It seemed like a simple enough request when Republican Sen. James A. McClure asked his colleagues last week to grant speedy approval to a bill that would create a Statue of Liberty commemorative coin.
But the gambit failed just before the Easter recess when other senators discovered that McClure was planning a silver-plated version of the bill. The senator from Idaho, where nearly half the nation's silver is mined, was ready to tack on his perennial amendment to authorize the Treasury to mint millions of one-ounce silver coins.
McClure has been pushing a similar measure for the last three years and never gotten it out of the Senate Banking Committee. This time he tried to short-circuit normal procedures and move the popular Statue of Liberty bill right to the Senate floor, where he believed he had enough Republican support to weld it to his silver amendment.
But Sen. William Proxmire (D-Wis.) quietly blocked the maneuver, saying no one had seen a copy of McClure's amendment and the Banking Committee never held hearings on it.
McClure, chairman of the Senate Energy and Natural Resources Committee, was following a tradition that dates to the 1880s, when western lawmakers regularly fought for silver coinage bills in Congress as part of a "free silver" movement.
Bill Livingstone, a spokesman for McClure, said the senator believes his amendment is the best method for disposing of some of the 137 million troy ounces of surplus silver in the nation's strategic defense stockpile. He said this is preferable to having the silver "dumped on the market" in a public sale, which silver producers fear would depress market prices.
Livingstone acknowledged that other senators haven't seen McClure's amendment, but said it is similar to a bill that McClure sponsored last year, which would authorize the Treasury to mint 90 million silver coins for sale to the public at about $15 apiece.
A number of silver mines in Idaho have been shut as the industry has struggled through several years of low prices. "That's part of the senator's interest," Livingstone said.
The bill to sell 35 million Statue of Liberty coins to help restore the decaying landmark generated no controversy when it passed the House in February. It thus loomed as the perfect Senate vehicle for a quick amendment before the recess.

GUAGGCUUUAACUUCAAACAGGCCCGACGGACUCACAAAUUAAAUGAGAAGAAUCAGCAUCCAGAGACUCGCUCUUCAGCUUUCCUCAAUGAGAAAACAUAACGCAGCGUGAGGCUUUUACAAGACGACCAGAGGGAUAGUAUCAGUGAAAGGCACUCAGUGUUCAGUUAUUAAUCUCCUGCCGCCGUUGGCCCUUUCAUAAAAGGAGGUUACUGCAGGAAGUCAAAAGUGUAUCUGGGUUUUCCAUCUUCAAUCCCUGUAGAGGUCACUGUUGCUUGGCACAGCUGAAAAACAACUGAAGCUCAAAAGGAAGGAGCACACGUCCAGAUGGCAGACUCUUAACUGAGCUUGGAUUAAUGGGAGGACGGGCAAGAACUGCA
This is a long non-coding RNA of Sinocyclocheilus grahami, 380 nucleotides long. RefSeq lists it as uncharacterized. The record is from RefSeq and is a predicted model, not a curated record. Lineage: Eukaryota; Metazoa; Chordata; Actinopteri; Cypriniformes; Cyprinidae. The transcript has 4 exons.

McClure needed unanimous consent from all Banking Committee members to bypass normal rules and move the bill to the floor. He had made known that he planned to tack on the silver amendment, and the panel's Republicans all consented to the plan.
Proxmire, the panel's ranking Democrat, said McClure assured him the silver amendment would not be controversial. He said McClure told him "that nobody would object to it and it would breeze right through."
But Proxmire said that after checking with his staff, he found that the Treasury Department had objected to the measure and that he could not obtain a copy. "We ought to at least know what we're doing," said Proxmire, who refused to give the required unanimous consent.
Proxmire also learned that three other senators planned amendments to direct the Treasury to mint gold coins to compete with South African Krugerrands. This virtually ensured that the bill would be mired in debate and could not be approved before the Senate adjourned for Easter.
The issue first heated up in late 1981, when the Reagan administration sold 2 million troy ounces of excess silver from U.S. stockpiles in West Point and San Francisco. Silver dealers blamed the announcement for a drop in prices from $10.96 to $9.72 an ounce, and the government scrapped plans for a much larger sale.
Some experts question whether the auction had anything to do with the slide in the silver price, which later bottomed out at $4.88 an ounce and since has risen to $6.70. But McClure quickly pushed through an amendment to the 1982 defense appropriations bill that has halted any further silver sale until the administration certifies that it will not disrupt the market. The administration still is studying the issue.
The Silver Users Association, representing jewelry, photographic, silverware and other companies, contends that a major silver auction would boost federal revenues without affecting market prices. Walter Frankland, the group's vice president, complained that McClure's coin proposal "denies our members access to the silver. They would not want to buy coins."
McClure has cited industry studies that say there is a big market for silver bullion coins. But a spokesman for U.S. Treasurer Katherine D. Ortega said her office has "reservations and concerns" about whether the silver coins would "saturate the market" and whether the Treasury can handle two coin programs at once.
Livingstone said that Rep. Frank Annunzio (D-Ill.), sponsor of the Statue of Liberty bill, agreed to support McClure's amendment, but an aide to Annunzio said he knew nothing about it.
The Statue of Liberty bill also proved irresistible to Sens. Alan Cranston (D-Calif.), Robert J. Dole (R-Kan.) and J. James Exon (D-Neb.), who indicated they would add gold coinage amendments to protest South Africa's apartheid policy.